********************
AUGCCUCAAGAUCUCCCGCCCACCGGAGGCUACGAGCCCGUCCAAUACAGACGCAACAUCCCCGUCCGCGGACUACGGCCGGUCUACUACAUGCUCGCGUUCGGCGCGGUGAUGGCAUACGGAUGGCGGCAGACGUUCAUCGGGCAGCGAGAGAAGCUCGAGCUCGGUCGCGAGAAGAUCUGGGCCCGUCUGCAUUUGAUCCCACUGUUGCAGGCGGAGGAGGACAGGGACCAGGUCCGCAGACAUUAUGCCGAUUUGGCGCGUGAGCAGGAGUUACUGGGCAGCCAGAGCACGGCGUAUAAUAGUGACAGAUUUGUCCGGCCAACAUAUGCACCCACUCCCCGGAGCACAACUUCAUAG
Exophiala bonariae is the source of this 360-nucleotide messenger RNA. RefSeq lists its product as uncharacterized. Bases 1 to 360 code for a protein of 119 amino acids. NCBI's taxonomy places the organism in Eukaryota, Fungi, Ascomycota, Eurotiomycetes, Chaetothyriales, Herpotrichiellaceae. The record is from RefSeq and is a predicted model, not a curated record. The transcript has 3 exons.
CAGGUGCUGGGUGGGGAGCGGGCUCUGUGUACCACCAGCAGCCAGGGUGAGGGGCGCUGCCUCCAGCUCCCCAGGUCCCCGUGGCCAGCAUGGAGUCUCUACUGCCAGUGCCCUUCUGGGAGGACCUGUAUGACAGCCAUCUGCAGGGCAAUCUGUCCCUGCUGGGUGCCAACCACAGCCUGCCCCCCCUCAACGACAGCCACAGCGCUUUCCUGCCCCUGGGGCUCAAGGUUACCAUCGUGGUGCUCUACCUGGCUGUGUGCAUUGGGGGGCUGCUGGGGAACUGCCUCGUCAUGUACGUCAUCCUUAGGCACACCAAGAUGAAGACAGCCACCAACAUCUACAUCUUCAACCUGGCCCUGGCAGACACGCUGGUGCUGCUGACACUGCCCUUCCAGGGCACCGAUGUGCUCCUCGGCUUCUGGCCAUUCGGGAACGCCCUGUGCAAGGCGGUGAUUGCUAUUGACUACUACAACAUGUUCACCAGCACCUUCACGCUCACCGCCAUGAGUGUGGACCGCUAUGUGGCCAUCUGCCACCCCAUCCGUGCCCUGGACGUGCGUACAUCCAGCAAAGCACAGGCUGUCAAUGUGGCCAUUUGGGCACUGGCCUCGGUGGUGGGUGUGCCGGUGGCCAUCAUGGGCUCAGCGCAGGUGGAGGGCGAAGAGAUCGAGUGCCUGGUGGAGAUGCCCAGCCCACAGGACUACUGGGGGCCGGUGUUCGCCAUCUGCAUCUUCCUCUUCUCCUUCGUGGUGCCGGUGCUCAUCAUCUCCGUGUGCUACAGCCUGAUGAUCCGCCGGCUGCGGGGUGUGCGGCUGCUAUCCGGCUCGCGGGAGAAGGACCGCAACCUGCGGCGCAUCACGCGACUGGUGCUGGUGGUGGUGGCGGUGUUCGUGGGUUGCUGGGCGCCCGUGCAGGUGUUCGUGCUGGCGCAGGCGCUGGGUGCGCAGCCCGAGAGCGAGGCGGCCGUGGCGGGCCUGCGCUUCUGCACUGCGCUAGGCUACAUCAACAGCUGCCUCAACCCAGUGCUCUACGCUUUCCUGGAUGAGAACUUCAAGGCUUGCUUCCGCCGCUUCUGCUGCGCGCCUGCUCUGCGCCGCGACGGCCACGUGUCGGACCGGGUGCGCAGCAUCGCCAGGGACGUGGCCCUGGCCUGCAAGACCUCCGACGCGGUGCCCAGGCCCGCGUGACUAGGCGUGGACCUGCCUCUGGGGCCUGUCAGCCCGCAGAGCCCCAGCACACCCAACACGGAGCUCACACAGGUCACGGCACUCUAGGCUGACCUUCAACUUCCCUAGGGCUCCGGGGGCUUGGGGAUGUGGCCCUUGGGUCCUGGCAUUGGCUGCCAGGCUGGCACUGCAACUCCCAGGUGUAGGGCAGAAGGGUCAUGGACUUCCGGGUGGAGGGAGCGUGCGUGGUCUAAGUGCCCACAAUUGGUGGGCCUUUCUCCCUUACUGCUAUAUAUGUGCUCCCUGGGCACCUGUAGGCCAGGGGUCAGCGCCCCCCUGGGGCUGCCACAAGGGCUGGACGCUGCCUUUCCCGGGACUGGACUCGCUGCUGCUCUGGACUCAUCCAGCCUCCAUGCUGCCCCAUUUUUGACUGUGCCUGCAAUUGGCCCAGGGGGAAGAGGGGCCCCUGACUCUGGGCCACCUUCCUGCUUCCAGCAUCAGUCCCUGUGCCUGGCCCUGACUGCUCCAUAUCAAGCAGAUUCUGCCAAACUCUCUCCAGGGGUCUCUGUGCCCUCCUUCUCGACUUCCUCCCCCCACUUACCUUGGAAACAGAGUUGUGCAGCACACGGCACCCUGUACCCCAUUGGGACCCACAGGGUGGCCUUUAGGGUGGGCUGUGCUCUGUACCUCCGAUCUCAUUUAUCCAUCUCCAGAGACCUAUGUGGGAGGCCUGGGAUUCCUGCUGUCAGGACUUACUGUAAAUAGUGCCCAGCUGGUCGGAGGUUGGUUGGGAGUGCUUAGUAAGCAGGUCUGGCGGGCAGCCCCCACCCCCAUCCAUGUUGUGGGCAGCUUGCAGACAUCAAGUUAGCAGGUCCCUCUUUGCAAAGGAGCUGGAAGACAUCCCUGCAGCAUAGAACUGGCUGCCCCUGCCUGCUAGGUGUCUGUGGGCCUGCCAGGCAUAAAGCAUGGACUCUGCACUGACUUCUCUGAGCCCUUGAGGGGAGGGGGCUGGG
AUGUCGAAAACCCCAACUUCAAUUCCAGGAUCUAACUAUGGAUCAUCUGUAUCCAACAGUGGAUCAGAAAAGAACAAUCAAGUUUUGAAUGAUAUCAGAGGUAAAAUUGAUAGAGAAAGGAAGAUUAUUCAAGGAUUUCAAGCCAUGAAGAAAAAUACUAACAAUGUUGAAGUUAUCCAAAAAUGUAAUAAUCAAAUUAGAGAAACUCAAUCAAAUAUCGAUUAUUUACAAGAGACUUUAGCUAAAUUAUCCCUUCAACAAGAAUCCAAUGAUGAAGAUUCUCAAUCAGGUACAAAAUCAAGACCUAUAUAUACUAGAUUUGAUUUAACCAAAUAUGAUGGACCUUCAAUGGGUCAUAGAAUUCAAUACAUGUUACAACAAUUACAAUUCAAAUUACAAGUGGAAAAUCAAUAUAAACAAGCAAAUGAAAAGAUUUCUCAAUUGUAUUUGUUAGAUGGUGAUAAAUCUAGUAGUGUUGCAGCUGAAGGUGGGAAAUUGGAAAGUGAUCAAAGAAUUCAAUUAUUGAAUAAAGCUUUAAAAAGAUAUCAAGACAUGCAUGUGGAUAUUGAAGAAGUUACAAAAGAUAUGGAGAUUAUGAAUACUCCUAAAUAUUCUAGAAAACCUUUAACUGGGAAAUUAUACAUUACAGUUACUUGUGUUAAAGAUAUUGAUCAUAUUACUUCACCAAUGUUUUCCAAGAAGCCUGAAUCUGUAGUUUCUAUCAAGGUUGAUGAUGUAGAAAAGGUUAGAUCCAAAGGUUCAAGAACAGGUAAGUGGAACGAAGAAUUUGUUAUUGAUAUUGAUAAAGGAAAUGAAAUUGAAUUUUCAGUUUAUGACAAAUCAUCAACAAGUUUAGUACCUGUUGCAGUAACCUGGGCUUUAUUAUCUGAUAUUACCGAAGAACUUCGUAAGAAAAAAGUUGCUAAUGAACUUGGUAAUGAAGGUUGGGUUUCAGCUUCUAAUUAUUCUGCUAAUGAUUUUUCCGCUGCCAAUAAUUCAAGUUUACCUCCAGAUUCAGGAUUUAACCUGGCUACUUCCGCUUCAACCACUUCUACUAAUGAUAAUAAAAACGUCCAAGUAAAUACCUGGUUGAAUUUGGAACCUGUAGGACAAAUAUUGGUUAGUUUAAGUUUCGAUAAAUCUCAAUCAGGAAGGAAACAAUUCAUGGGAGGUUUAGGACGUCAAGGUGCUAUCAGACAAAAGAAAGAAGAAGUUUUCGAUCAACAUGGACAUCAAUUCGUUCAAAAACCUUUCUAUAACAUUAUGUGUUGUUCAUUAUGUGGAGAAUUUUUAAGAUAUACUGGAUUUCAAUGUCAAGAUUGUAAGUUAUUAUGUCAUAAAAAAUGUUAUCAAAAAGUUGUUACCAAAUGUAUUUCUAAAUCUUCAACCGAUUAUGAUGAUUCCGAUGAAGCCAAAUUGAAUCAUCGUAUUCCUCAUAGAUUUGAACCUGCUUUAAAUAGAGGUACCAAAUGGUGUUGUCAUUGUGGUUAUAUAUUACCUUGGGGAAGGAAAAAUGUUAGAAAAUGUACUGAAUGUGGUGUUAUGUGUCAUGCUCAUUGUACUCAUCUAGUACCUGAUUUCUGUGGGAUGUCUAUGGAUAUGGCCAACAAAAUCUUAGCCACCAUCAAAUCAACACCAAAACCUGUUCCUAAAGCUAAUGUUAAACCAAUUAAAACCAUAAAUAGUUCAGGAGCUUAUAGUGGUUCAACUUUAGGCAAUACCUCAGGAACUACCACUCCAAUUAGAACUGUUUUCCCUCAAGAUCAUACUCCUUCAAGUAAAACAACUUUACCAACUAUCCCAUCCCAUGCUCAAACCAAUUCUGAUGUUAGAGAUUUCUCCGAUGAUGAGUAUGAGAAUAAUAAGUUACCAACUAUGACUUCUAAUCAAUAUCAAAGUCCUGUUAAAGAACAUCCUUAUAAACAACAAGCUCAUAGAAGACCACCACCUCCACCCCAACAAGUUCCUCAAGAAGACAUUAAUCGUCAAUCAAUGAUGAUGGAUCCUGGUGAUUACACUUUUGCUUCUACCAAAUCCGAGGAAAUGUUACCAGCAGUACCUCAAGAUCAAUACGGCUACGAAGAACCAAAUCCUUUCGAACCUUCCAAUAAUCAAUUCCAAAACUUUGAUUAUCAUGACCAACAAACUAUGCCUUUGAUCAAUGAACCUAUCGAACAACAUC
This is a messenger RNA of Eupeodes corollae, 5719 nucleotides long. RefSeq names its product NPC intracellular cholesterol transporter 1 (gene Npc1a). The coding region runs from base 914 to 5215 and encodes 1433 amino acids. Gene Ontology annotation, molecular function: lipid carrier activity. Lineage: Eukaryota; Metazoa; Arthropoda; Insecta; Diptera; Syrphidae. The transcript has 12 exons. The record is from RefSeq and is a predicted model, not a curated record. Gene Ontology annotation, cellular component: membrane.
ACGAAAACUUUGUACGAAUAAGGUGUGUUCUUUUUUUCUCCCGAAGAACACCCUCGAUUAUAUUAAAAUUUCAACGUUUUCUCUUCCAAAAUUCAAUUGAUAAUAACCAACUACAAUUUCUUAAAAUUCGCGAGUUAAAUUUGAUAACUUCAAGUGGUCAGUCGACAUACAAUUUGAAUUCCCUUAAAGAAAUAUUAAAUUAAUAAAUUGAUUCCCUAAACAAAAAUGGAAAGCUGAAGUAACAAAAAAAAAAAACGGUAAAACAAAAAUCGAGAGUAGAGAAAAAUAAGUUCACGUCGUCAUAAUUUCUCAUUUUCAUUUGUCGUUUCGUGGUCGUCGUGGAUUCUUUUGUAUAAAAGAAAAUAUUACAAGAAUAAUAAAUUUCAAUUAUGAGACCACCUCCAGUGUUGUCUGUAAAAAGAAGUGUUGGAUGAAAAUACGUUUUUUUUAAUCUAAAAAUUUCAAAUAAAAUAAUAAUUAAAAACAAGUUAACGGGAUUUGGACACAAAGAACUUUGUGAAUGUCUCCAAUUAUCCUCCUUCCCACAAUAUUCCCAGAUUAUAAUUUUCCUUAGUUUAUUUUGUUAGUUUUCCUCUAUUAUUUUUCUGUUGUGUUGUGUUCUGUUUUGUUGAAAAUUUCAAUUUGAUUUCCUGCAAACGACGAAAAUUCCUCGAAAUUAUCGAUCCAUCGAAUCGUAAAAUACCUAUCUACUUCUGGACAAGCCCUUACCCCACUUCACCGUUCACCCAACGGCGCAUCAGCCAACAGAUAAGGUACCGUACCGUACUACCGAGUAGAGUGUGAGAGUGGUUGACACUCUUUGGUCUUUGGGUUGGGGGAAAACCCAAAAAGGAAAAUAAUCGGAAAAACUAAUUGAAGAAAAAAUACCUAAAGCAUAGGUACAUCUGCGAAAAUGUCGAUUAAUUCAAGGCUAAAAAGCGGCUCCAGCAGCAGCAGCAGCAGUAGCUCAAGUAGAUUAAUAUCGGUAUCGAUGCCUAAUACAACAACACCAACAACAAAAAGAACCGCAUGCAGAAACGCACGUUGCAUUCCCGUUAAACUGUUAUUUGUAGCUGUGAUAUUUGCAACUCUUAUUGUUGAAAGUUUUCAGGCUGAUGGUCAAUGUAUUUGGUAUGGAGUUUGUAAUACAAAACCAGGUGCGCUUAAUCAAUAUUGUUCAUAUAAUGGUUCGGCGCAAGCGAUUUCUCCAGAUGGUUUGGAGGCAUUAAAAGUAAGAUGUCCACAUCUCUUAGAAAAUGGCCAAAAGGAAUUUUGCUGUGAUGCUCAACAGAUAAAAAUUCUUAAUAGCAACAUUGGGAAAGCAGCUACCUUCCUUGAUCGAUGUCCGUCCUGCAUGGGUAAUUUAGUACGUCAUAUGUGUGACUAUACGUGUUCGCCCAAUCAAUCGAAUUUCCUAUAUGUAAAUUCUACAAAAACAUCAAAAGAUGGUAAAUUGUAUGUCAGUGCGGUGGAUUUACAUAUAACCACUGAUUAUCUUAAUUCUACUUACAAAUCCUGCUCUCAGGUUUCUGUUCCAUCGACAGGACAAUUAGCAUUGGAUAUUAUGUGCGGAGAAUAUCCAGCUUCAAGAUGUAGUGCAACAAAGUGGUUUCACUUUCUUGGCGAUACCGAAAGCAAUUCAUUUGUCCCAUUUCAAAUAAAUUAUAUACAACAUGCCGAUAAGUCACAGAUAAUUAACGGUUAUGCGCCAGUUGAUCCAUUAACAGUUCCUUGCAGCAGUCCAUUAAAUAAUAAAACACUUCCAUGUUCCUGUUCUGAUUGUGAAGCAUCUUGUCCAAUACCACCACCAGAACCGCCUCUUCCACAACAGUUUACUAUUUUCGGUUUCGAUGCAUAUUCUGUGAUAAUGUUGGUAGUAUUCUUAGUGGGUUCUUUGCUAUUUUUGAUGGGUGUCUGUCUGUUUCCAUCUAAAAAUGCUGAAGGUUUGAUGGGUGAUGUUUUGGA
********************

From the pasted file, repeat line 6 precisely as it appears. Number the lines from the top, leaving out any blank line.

ACGAAAACUUUGUACGAAUAAGGUGUGUUCUUUUUUUCUCCCGAAGAACACCCUCGAUUAUAUUAAAAUUUCAACGUUUUCUCUUCCAAAAUUCAAUUGAUAAUAACCAACUACAAUUUCUUAAAAUUCGCGAGUUAAAUUUGAUAACUUCAAGUGGUCAGUCGACAUACAAUUUGAAUUCCCUUAAAGAAAUAUUAAAUUAAUAAAUUGAUUCCCUAAACAAAAAUGGAAAGCUGAAGUAACAAAAAAAAAAAACGGUAAAACAAAAAUCGAGAGUAGAGAAAAAUAAGUUCACGUCGUCAUAAUUUCUCAUUUUCAUUUGUCGUUUCGUGGUCGUCGUGGAUUCUUUUGUAUAAAAGAAAAUAUUACAAGAAUAAUAAAUUUCAAUUAUGAGACCACCUCCAGUGUUGUCUGUAAAAAGAAGUGUUGGAUGAAAAUACGUUUUUUUUAAUCUAAAAAUUUCAAAUAAAAUAAUAAUUAAAAACAAGUUAACGGGAUUUGGACACAAAGAACUUUGUGAAUGUCUCCAAUUAUCCUCCUUCCCACAAUAUUCCCAGAUUAUAAUUUUCCUUAGUUUAUUUUGUUAGUUUUCCUCUAUUAUUUUUCUGUUGUGUUGUGUUCUGUUUUGUUGAAAAUUUCAAUUUGAUUUCCUGCAAACGACGAAAAUUCCUCGAAAUUAUCGAUCCAUCGAAUCGUAAAAUACCUAUCUACUUCUGGACAAGCCCUUACCCCACUUCACCGUUCACCCAACGGCGCAUCAGCCAACAGAUAAGGUACCGUACCGUACUACCGAGUAGAGUGUGAGAGUGGUUGACACUCUUUGGUCUUUGGGUUGGGGGAAAACCCAAAAAGGAAAAUAAUCGGAAAAACUAAUUGAAGAAAAAAUACCUAAAGCAUAGGUACAUCUGCGAAAAUGUCGAUUAAUUCAAGGCUAAAAAGCGGCUCCAGCAGCAGCAGCAGCAGUAGCUCAAGUAGAUUAAUAUCGGUAUCGAUGCCUAAUACAACAACACCAACAACAAAAAGAACCGCAUGCAGAAACGCACGUUGCAUUCCCGUUAAACUGUUAUUUGUAGCUGUGAUAUUUGCAACUCUUAUUGUUGAAAGUUUUCAGGCUGAUGGUCAAUGUAUUUGGUAUGGAGUUUGUAAUACAAAACCAGGUGCGCUUAAUCAAUAUUGUUCAUAUAAUGGUUCGGCGCAAGCGAUUUCUCCAGAUGGUUUGGAGGCAUUAAAAGUAAGAUGUCCACAUCUCUUAGAAAAUGGCCAAAAGGAAUUUUGCUGUGAUGCUCAACAGAUAAAAAUUCUUAAUAGCAACAUUGGGAAAGCAGCUACCUUCCUUGAUCGAUGUCCGUCCUGCAUGGGUAAUUUAGUACGUCAUAUGUGUGACUAUACGUGUUCGCCCAAUCAAUCGAAUUUCCUAUAUGUAAAUUCUACAAAAACAUCAAAAGAUGGUAAAUUGUAUGUCAGUGCGGUGGAUUUACAUAUAACCACUGAUUAUCUUAAUUCUACUUACAAAUCCUGCUCUCAGGUUUCUGUUCCAUCGACAGGACAAUUAGCAUUGGAUAUUAUGUGCGGAGAAUAUCCAGCUUCAAGAUGUAGUGCAACAAAGUGGUUUCACUUUCUUGGCGAUACCGAAAGCAAUUCAUUUGUCCCAUUUCAAAUAAAUUAUAUACAACAUGCCGAUAAGUCACAGAUAAUUAACGGUUAUGCGCCAGUUGAUCCAUUAACAGUUCCUUGCAGCAGUCCAUUAAAUAAUAAAACACUUCCAUGUUCCUGUUCUGAUUGUGAAGCAUCUUGUCCAAUACCACCACCAGAACCGCCUCUUCCACAACAGUUUACUAUUUUCGGUUUCGAUGCAUAUUCUGUGAUAAUGUUGGUAGUAUUCUUAGUGGGUUCUUUGCUAUUUUUGAUGGGUGUCUGUCUGUUUCCAUCUAAAAAUGCUGAAGGUUUGAUGGGUGAUGUUUUGGA